Shadow Mountain Lodge joins Aspen’s Small Lodge Preservation Program |

Shadow Mountain Lodge joins Aspen’s Small Lodge Preservation Program

Shadow Mountain Lodge became the first fractional property to join the city’s Small Lodge Preservation Program, which aims to give mom-and-pop lodges breaks to keep them in business.
Jeremy Wallace |

Shadow Mountain Lodge is the first fractional-ownership property to join the city’s Small Lodge Preservation Program, which is intended to aid Aspen’s small, independent inns.

At its Monday meeting, Aspen City Council voted 4-0 to make Shadow Mountain Lodge, at 232 W. Hyman Ave., eligible for the program, which was launched in May 2015.

The lodge’s membership means it can enjoy such perks as development-fee reductions, energy-efficiency rebates, free building code assessments, a fast track for land-use and building permit reviews and planning assistance.

The city created the program as way to help Aspen’s mom-and-pop lodges, which have become an endangered species of sorts.

Allowing Shadow Mountain Lodge into the program gave Mayor Steve Skadron some pause because its 10 condominium units are split into 15 fractional-ownership units.

“My concern is the precedent we’re establishing,” he said. “What’s unique about this project is that these are fractionals. This will be the first lodge that’s part of the program that’s fractional.”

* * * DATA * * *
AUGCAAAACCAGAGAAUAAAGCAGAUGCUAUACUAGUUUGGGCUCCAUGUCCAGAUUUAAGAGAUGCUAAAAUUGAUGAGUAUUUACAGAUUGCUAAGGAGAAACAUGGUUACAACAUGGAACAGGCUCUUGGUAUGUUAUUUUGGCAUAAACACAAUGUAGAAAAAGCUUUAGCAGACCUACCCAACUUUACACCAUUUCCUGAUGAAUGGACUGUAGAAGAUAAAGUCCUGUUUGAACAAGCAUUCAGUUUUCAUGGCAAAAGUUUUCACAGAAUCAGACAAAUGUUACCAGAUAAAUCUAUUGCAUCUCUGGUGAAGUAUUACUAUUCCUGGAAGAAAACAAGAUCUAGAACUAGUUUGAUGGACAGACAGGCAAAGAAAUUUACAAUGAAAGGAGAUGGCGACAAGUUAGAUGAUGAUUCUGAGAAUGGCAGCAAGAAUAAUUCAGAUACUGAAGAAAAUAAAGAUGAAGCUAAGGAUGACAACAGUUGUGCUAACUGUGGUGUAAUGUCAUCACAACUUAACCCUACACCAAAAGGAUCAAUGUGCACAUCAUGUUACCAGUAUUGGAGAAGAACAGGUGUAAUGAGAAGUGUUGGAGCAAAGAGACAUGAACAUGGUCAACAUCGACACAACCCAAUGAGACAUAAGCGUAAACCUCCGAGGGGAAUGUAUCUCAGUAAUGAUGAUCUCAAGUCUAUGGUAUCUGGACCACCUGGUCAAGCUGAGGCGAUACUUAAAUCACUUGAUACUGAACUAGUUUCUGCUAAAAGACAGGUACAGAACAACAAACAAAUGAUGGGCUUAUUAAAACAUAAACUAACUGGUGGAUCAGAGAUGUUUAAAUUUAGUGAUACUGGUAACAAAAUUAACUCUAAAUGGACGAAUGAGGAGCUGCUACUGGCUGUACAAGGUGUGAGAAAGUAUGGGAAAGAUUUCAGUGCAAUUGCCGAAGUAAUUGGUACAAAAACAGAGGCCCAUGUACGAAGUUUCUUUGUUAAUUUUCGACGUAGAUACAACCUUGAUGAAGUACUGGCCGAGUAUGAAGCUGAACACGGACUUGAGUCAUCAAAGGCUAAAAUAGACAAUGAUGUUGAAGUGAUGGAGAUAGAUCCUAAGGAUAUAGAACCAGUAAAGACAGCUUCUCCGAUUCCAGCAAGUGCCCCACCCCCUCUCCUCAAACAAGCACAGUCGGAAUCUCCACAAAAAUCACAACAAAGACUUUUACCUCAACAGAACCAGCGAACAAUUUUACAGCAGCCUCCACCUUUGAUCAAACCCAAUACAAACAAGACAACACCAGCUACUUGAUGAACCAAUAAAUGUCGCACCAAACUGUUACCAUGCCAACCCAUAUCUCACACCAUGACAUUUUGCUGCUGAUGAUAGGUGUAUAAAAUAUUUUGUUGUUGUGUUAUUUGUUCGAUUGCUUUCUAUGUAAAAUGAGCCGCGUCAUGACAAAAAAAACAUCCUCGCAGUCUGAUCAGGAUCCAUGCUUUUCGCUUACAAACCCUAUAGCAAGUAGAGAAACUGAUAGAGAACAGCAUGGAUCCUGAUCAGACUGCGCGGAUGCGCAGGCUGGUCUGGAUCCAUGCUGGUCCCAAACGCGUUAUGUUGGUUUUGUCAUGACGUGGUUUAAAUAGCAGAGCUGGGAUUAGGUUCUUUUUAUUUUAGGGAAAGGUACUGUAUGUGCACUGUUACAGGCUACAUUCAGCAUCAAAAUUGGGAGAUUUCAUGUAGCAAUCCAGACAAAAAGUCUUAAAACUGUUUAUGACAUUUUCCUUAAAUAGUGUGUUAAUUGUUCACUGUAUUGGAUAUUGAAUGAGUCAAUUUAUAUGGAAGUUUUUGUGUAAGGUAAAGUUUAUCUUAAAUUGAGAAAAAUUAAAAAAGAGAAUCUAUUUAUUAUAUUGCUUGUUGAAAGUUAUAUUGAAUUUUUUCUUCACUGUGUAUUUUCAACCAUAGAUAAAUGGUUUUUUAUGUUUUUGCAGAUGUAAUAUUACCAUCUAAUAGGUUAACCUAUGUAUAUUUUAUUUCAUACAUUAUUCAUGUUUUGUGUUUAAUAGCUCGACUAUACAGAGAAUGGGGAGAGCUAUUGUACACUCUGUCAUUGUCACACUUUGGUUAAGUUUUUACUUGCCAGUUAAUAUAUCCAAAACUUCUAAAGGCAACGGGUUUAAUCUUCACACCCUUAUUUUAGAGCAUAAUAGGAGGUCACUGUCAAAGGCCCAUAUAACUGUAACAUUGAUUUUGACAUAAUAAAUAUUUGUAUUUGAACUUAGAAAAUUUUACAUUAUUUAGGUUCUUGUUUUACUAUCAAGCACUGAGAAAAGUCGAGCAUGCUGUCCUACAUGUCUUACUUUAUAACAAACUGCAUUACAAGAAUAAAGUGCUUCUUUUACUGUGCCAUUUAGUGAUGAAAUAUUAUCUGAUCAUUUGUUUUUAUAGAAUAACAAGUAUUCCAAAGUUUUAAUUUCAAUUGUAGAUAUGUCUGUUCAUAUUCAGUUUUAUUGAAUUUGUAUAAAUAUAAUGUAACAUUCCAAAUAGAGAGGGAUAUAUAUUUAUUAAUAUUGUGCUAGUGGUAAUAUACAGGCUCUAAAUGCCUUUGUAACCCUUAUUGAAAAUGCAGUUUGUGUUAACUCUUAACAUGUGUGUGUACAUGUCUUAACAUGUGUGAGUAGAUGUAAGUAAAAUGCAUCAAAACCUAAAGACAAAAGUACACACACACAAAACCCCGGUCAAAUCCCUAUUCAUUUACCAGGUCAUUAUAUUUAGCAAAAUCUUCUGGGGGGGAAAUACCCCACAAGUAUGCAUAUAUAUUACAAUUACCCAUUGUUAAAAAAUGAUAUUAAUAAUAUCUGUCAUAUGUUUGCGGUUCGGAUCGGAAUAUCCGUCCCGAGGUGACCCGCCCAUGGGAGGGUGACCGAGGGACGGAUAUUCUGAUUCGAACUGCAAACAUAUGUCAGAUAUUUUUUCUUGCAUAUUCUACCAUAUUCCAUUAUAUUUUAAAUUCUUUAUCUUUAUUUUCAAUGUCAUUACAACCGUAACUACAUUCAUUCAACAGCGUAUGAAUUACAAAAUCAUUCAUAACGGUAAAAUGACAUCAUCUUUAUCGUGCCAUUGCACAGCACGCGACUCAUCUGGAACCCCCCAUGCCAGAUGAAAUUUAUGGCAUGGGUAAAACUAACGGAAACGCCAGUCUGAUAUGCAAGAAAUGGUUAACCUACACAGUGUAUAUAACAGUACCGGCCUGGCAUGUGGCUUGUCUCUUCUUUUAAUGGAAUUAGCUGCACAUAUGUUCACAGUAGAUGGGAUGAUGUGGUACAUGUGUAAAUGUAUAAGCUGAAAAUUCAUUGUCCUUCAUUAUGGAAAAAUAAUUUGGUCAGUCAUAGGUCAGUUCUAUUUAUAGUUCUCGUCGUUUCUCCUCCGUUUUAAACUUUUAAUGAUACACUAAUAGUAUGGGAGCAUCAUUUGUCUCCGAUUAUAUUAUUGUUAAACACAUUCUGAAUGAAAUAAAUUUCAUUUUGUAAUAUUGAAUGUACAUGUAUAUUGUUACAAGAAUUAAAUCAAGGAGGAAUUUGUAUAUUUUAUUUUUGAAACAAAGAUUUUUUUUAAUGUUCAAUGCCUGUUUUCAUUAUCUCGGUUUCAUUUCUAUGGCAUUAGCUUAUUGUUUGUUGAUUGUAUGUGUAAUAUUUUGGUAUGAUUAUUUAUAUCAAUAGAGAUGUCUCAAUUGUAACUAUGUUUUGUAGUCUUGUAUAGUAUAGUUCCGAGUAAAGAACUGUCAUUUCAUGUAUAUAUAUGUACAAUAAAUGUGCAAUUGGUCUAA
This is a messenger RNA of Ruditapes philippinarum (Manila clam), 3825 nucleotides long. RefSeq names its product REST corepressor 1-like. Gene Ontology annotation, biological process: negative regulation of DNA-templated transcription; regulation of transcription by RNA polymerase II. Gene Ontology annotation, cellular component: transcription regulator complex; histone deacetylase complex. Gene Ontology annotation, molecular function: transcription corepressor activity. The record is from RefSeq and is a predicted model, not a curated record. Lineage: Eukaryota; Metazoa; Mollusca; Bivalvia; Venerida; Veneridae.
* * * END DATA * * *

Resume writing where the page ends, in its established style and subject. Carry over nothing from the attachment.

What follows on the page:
Skadron asked for assurance that such fractional-ownership hotels as the Hyatt Grand Aspen and Residences at The Little Nell won’t be admitted.

Community Development Director Jessica Garrow noted that the program only accepts lodges that have 50 or fewer rooms, rendering the Hyatt and Residences at The Little Nell ineligible.

“Each application needs to be judged on its merits,” Garrow said. “This lodge is very similar to Snow Queen, Tyrolean, St. Mortiz.”

Those three lodges, along with nine others, became eligible for the program at its inception.

“Probably, when we were going through the original program, we should have included (Shadow Mountain),” Garrow said. “We think it makes sense for this lodge to be included.”

In a letter to Community Development seeking acceptance to the program, Walter Wilson, the treasurer for Shadow Mountain’s fractional-owners’ association, wrote that its “rents are pretty low for Aspen.” Last year, 539 of 782 nights that were offered for rent were used, he wrote.

Participating lodges can pick and choose which benefits of the program they wish to use, Garrow said. “As was anticipated during the public hearings on the Small Lodge Preservation Ordinance, every lodge is not planning on participating in the program,” wrote planner tech Reilly Thimons in a memo to the City Council. “A number are, but many do not intend to participate at all or only plan on participating in a single program aspect.”

Shadow Mountain Lodge’s incentive to seek admission was to participate in the energy-efficient program when it installs new windows.

That program, funded by the city and the Community Office for Resource Efficiency, provides as much as $100,000 in grant money a year to the participating lodges, the memo said.

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